If we cannot tell the difference between a unicorn and a not-unicorn, then we cannot possibly declare that unicorns do or do not exist.  But if we have established the fact that unicorns do exist, we have necessarily established a material and universal standard for what a unicorn is and what a unicorn is not.  Therefore, point number one fails and the second step in the logical argument remains standing.
Point number two. Another thing wrong with this “necessary universal standard” claim of yours (I noticed you used that word “standard” seventeen times in your post, so to continue the bowling metaphor, it’s like your very bowling ball to bowl with, without which… well, game over -- but I’ll give you a dollar so you can go play some Ms. PacMan) is that six billion people in the world could have six billion different standards of wrongdoing, but everyone would nonetheless agree that wrongdoing does exist in the world.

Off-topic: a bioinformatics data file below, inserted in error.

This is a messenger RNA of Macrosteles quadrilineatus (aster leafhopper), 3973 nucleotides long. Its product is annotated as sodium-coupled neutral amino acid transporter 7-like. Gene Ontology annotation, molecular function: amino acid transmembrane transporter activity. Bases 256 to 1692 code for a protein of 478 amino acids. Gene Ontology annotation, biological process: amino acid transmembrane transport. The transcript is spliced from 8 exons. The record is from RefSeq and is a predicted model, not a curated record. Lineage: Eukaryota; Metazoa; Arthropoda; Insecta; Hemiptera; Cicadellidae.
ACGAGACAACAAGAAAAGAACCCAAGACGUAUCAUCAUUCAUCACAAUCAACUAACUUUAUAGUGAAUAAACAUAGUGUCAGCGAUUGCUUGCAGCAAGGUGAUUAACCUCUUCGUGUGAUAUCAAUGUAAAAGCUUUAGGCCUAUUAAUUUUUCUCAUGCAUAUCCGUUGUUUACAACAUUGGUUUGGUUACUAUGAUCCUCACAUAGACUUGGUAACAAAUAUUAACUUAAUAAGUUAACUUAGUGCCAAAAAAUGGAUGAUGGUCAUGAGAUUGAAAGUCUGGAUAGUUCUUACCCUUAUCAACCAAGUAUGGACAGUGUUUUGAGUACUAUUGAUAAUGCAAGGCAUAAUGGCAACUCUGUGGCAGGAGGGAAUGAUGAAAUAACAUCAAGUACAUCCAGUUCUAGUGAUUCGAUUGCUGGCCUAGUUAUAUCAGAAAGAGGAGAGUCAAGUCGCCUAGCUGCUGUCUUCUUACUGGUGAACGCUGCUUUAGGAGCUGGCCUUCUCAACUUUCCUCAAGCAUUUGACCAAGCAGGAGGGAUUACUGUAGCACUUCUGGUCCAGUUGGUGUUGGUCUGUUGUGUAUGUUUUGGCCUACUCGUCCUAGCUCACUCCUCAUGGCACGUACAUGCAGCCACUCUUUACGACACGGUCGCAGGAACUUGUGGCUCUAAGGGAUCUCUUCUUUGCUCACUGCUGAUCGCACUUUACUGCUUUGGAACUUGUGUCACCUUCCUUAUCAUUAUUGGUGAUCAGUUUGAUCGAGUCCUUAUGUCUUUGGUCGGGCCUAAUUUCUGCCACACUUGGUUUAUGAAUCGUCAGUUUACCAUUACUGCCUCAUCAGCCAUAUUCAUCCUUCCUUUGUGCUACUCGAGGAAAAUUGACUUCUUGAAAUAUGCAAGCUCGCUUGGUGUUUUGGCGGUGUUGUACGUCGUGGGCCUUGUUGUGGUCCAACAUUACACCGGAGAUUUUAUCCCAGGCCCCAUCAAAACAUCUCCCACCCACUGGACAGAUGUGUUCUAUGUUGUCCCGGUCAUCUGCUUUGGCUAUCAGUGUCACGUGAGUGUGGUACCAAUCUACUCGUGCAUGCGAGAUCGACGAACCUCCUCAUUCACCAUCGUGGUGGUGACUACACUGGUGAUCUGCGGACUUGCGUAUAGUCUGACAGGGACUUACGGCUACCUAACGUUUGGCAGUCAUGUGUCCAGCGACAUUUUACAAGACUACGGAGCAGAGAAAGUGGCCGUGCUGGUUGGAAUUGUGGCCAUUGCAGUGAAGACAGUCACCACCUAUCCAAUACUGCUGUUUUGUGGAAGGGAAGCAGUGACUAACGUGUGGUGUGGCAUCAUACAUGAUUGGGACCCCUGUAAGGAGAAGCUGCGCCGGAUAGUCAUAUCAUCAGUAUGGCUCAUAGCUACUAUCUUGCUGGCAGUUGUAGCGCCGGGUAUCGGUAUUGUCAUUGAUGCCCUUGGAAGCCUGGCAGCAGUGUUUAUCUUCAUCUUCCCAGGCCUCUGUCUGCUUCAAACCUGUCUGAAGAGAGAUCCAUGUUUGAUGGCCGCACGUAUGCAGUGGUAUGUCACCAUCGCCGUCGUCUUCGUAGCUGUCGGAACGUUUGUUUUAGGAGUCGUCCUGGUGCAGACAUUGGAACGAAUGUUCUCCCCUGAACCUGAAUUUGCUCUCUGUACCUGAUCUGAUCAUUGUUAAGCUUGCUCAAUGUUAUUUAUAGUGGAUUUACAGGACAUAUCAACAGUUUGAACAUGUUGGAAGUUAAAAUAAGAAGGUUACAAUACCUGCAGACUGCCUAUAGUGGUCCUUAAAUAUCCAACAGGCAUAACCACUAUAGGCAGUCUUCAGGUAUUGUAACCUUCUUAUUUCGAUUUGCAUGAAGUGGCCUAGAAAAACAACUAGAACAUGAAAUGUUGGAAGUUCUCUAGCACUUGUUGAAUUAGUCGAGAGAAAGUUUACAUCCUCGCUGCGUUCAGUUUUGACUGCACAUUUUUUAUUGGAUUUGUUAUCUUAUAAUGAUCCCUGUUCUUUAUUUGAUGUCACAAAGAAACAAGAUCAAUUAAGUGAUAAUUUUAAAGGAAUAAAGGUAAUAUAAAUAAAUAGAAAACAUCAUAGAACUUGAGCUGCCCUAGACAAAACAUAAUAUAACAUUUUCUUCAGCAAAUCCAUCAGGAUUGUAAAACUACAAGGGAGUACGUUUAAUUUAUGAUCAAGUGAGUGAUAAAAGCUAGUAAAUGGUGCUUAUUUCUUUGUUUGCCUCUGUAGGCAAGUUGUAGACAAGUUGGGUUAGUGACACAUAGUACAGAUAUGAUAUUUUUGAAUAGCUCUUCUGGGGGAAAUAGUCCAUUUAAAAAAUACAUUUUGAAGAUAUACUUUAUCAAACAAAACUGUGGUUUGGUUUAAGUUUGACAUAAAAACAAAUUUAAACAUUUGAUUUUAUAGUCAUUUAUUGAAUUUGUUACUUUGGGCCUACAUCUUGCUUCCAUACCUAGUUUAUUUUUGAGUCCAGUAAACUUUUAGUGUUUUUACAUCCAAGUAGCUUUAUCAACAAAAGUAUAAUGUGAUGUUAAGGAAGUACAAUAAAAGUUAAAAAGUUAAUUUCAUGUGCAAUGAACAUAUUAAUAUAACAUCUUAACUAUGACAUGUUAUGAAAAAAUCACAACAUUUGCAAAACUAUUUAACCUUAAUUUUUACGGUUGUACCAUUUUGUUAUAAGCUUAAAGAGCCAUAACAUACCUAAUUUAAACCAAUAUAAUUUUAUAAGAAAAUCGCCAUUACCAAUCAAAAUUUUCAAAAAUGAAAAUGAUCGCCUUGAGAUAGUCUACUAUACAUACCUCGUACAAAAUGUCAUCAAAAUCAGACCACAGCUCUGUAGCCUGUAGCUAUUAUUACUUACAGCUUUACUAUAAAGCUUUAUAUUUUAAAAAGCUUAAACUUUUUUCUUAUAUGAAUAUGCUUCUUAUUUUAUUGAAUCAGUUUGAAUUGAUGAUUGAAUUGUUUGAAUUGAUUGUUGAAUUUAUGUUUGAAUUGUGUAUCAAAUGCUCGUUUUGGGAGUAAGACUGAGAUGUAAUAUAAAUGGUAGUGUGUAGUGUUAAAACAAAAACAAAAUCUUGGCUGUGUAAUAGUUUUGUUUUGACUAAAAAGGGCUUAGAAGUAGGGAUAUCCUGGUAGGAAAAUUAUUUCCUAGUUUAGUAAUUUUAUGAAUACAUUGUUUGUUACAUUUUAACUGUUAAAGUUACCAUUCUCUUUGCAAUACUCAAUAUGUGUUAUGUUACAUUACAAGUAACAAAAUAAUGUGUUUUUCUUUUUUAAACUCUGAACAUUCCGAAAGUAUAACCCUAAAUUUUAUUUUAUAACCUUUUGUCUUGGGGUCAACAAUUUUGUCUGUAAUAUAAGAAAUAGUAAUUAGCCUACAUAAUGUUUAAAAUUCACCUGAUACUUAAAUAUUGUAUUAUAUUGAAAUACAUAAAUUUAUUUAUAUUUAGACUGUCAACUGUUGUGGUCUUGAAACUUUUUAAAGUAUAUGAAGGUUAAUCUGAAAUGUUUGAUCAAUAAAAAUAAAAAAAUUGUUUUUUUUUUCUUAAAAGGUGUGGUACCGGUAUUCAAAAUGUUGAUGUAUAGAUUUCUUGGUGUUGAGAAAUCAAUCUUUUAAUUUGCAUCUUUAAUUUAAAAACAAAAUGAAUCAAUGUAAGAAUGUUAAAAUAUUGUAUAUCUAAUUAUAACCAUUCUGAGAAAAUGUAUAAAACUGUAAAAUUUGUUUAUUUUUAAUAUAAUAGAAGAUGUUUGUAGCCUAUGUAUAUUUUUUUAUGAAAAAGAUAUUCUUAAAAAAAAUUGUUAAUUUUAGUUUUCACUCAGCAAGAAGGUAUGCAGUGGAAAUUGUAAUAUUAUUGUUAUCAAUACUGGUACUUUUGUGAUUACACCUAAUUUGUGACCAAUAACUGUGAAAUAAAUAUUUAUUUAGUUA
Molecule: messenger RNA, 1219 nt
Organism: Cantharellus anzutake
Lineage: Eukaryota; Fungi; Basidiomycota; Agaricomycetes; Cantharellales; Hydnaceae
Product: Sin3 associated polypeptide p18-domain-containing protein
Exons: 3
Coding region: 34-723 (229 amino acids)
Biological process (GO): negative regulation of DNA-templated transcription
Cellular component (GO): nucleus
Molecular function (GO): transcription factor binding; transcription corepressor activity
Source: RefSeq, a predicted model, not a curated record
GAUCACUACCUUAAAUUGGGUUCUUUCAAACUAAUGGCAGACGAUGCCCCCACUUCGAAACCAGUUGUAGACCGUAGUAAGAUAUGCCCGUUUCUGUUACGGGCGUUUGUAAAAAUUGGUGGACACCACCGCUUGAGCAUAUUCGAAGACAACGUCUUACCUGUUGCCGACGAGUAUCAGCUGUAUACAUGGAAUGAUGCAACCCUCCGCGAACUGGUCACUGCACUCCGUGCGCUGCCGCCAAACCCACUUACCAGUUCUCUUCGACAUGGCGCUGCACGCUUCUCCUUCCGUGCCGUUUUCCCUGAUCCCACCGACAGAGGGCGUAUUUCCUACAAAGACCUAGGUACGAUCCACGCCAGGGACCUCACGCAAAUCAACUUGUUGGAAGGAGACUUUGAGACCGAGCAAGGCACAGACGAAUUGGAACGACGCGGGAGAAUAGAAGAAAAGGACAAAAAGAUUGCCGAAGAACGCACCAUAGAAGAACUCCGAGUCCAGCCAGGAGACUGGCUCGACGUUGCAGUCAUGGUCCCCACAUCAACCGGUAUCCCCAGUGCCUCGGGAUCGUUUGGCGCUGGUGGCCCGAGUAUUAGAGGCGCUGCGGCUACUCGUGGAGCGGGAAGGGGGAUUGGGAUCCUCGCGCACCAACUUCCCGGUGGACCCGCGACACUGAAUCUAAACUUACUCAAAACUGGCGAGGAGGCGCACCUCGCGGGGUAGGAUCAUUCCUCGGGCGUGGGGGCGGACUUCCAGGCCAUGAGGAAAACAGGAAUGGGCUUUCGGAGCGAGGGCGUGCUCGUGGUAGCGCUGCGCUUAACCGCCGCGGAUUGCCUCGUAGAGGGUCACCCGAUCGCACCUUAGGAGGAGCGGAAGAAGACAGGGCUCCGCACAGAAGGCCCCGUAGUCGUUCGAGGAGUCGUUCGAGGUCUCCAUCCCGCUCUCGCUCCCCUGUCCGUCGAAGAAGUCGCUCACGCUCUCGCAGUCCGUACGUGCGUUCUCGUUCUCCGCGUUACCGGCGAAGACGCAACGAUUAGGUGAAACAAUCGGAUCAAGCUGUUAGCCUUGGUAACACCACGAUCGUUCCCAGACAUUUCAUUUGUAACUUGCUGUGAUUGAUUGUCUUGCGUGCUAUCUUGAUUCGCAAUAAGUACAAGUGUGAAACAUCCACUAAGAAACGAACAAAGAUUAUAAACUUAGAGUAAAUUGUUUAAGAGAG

So let’s imagine those six billion individuals’ six billion different standards of wrongdoing can be each given a numerical value. I’m not saying it can ever actually be done, but just go with me here. After they’ve all been given a numerical value, they’re arranged in order on a vertical meter with a red zone on the bottom and a green zone on the top. Put the meter on the lowest setting of “1”. That setting belongs to a guy who disagrees with all 5,999,999,999 people above him whom he considers to be an increasing bunch of prissy Miss Manners types who see wrongdoing in all kinds of ways he doesn’t. But he at least sees one instance of wrongdoing in the world and everyone above him agrees that he at least got one right. So it seems to me (I’m just now coming up with this, but I’ll try to land this thing in one piece) that this minimum setting of “1” is the standard, if anything, for the existence of wrongdoing. Below that is “0” which represents nonexistence of wrongdoing.